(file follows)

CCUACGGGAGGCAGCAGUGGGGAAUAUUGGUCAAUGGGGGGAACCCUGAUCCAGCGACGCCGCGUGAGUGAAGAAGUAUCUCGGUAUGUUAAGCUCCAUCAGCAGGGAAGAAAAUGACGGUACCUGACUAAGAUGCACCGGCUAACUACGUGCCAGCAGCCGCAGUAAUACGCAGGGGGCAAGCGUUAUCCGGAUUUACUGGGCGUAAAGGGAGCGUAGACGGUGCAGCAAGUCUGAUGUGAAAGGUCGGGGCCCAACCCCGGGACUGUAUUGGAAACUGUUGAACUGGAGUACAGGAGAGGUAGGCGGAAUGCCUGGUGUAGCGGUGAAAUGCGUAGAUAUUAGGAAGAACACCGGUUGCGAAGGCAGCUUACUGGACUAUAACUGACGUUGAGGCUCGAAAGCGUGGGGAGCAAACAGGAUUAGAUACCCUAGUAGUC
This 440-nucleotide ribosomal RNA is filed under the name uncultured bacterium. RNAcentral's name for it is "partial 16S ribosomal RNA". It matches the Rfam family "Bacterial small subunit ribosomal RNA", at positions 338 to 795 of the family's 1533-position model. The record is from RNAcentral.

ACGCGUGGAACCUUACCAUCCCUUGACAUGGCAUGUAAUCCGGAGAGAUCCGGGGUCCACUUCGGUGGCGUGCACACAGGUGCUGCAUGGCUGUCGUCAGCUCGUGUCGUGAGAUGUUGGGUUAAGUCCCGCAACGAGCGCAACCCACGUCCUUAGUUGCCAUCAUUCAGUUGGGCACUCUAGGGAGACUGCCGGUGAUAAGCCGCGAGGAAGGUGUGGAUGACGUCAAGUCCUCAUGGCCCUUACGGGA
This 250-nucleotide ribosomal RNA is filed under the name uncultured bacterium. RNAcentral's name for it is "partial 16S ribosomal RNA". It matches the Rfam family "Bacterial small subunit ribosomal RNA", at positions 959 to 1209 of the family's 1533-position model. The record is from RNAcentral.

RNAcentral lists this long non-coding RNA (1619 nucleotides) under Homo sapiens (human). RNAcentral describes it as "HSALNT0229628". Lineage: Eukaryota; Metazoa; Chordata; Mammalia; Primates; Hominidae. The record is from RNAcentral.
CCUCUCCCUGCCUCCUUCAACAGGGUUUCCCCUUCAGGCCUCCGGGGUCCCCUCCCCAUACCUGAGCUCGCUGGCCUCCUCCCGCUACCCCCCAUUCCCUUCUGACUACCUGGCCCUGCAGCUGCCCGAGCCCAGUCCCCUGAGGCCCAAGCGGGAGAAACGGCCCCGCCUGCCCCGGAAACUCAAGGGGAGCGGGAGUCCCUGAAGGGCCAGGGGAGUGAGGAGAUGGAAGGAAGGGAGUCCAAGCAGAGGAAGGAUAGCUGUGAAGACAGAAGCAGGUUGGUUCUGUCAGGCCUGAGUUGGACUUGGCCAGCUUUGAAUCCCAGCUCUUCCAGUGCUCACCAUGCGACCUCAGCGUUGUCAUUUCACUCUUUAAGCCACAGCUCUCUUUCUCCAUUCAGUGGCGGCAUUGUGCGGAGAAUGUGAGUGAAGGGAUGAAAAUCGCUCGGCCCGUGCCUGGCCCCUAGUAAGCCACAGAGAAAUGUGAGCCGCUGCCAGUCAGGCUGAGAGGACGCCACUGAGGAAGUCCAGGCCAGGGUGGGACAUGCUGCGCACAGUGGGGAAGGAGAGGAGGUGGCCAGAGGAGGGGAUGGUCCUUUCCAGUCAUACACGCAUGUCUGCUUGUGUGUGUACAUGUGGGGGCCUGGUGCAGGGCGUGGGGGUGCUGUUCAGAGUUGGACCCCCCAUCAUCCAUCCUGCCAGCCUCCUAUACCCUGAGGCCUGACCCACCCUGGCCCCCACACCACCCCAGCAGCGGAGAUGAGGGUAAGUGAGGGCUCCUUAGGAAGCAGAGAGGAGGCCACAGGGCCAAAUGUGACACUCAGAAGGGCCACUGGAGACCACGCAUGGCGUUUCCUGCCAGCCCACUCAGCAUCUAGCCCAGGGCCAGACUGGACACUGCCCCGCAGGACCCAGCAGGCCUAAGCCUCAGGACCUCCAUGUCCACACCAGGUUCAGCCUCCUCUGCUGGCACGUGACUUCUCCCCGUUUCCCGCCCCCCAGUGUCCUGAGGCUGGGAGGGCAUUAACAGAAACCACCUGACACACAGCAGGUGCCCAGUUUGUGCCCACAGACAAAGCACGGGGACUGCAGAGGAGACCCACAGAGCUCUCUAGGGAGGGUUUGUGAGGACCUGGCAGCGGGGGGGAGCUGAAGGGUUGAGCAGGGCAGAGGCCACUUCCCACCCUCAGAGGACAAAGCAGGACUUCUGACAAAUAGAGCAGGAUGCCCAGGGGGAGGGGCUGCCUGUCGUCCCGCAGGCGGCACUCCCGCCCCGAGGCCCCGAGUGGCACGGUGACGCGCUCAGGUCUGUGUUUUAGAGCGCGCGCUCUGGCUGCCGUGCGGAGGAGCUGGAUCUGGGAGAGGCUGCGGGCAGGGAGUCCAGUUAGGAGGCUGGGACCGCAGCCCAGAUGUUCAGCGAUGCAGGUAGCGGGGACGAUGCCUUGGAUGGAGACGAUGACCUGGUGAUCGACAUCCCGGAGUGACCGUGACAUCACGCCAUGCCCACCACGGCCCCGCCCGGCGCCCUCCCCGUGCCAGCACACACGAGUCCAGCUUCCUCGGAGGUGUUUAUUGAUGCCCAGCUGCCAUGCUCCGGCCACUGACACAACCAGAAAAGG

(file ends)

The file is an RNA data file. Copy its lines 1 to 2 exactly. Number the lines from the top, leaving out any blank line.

CCUACGGGAGGCAGCAGUGGGGAAUAUUGGUCAAUGGGGGGAACCCUGAUCCAGCGACGCCGCGUGAGUGAAGAAGUAUCUCGGUAUGUUAAGCUCCAUCAGCAGGGAAGAAAAUGACGGUACCUGACUAAGAUGCACCGGCUAACUACGUGCCAGCAGCCGCAGUAAUACGCAGGGGGCAAGCGUUAUCCGGAUUUACUGGGCGUAAAGGGAGCGUAGACGGUGCAGCAAGUCUGAUGUGAAAGGUCGGGGCCCAACCCCGGGACUGUAUUGGAAACUGUUGAACUGGAGUACAGGAGAGGUAGGCGGAAUGCCUGGUGUAGCGGUGAAAUGCGUAGAUAUUAGGAAGAACACCGGUUGCGAAGGCAGCUUACUGGACUAUAACUGACGUUGAGGCUCGAAAGCGUGGGGAGCAAACAGGAUUAGAUACCCUAGUAGUC
This 440-nucleotide ribosomal RNA is filed under the name uncultured bacterium. RNAcentral's name for it is "partial 16S ribosomal RNA". It matches the Rfam family "Bacterial small subunit ribosomal RNA", at positions 338 to 795 of the family's 1533-position model. The record is from RNAcentral.